How unreliable is the unreliable narrator? In the case of Hans Fallada’s “The Drinker,” we are able to chart the moment Erwin Sommer’s descent into alcoholism starts, and mark each digression down into it by his excuses, his explanations, his evasions. As Sommer says early on, “Man gets used to anything, and I am afraid that perhaps he gets used quickest of all to living in a state of degradation.”
Hans Fallada was no stranger to alcoholism or degradation. Last year, his final novel "Every Man Dies Alone," became a surprise bestseller 60 years after he wrote it, a fitting tribute to a trouble life. In Nazi Germany, he was committed to an insane asylum during the war as his marriage broke down because of his drinking problem.
But there is no mention in "The Drinker" of Hitler, or Nazis, or even the slightest political tinge to the story of Sommer, who slowly devolves from a respectable businessman into a man who threatens his wife’s life for a drink. Yet we are confronted with the question of how an author who obviously felt himself at odds with the ruling system could write a novel like this and it not, somehow, be about the evil all around him.
But let us come back to that. From the moment Erich Sommer enjoys a bottle of wine with his wife, we can see his self-control slip away as he warms to alcohol. But there is more to it than that. Erich tells us that he also gives his wife some money to ease over a quarrel, and that this is a ruse - he is really masking the fact that his business is not doing well. We know that he feels animosity toward his wife, Magda, because she is better at running the business than he is. His anxiety blossoms to jealousy, rage and self-pity under the alcohol, and soon he is making eyes at a bar maid, just for another glass of schnapps.
Fallada does a remarkable job at rendering the alcoholic in stunning clarity. His denials reveal, his explanations obfuscate, his evasions point to the very facts he hopes to obscure. He cannot see the flaw apparent to others, yet he perceives the stealing of his soul in the clink of a glass. And even as Erich Sommer leaves home, becomes a thief, then a criminal, then is committed, he has perfectly good explanations for each situation which contradict his earlier resolves. He is not interested in the future, but only in surviving the present.
In doing so, he presents us with a reminder of the nature of persistent sin. Sommer carries around the idea of himself as a gentleman, respected in his community, valued as a member of society. But he perceives his enemy as his wife, so each degradation is somehow his twisted revenge against her. And yet, at the same time, he ignores those degradations and sees no change in who he essentially is, even as his nature bears little resemblance to the man who began the novel.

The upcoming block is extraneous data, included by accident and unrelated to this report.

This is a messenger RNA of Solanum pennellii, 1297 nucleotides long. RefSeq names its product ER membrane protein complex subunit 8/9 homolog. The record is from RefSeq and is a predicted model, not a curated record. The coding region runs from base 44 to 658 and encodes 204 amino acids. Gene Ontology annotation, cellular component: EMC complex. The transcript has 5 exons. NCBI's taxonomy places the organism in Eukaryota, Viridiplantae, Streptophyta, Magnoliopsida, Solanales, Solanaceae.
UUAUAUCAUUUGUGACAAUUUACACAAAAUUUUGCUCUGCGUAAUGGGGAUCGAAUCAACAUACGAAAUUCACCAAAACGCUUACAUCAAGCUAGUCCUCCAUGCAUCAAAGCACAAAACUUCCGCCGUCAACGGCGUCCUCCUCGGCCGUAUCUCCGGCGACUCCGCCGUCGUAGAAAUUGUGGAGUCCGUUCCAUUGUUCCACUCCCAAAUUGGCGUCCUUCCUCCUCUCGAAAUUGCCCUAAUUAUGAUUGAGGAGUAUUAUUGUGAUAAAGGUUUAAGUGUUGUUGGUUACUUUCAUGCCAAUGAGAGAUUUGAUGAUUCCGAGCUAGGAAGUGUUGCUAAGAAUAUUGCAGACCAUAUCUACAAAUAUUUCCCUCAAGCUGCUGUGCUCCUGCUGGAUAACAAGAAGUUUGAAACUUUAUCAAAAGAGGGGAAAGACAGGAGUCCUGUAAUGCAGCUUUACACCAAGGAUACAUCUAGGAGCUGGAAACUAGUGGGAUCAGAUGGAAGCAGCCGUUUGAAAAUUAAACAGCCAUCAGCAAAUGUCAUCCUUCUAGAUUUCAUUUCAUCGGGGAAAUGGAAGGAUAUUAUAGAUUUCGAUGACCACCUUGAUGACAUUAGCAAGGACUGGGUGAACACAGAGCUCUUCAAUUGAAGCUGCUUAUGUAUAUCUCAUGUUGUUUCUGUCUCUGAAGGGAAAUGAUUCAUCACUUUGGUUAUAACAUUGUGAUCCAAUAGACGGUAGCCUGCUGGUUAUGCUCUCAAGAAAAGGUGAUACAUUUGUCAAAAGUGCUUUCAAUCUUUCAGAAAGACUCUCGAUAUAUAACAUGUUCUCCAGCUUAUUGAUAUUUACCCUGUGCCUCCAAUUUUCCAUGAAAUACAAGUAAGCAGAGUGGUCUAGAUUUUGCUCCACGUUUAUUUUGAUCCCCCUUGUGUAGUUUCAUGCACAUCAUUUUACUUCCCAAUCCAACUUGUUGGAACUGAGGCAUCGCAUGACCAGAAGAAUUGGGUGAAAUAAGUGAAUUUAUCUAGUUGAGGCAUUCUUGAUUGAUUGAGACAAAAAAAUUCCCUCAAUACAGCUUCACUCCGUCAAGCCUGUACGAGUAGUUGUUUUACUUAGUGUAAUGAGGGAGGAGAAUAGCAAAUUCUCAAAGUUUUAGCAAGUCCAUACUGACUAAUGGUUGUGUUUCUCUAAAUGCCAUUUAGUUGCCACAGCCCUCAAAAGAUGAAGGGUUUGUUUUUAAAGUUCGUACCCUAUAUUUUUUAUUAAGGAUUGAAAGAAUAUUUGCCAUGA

Contrast him with Lobedanz, his temporary landlord, who keeps him supplied with alcohol and sheltered from the world even as he is bleeding him dry of money and possessions. Lobedanz caters to Sommer’s self-image as he fingers Sommer for an easy mark. “I’m sorry sir,” he says, at their first meeting. “I’d like to have you as a lodger, an educated man who wants to frighten his wife a bit in a gentlemanly way. We beat our wives, it’s simpler and cheaper.”
Sommer doesn’t even bother trying to justify his behavior later, once he enters the asylum. He relies on his own wit and instincts to save him, and succeeds in plunging deeper into delusion and decline. He becomes disfigured in a prison fight. Leaving for the asylum, he must walk in handcuffs through his hometown “like my own ghost.” The asylum, which he describes as “hell,” offers some hope of eventual release, but Sommer’s problem isn’t alcohol, but the denial that there is a problem at all. “In this life, you are driven forward pitilessly. There is no rest, no remission,” he says.
So is this novel about an alcoholic, or the collective denial practiced by millions of Germans who gave their lives and their futures over to Adolf Hitler? There are hints at the soiled, soul destroying tyranny, such as the way in which Sommer and his wife Magda communicate near the book’s climax, when he is hesitant to say anything negative about the asylum for fear he will never leave. There is Sommer himself, who carries the literal wounds of his experience in prison. The book’s climax shows that there is never really any escape for ourselves from prisons of our own making, which means that our unreliable narrator may be the most clear-eyed character in the book.
But it hardly matters whether Fallada was trying to say something more than is apparent in “The Drinker.” The story was familiar enough long before Hitler’s rise and fall - how a person’s own justifications can twist them, while at the same time convincing them that if this is true, if they are irredeemable, then they are merely a reflection of a world twisted beyond repair, with no rest, no remission, no hope of grace this side of Heaven.
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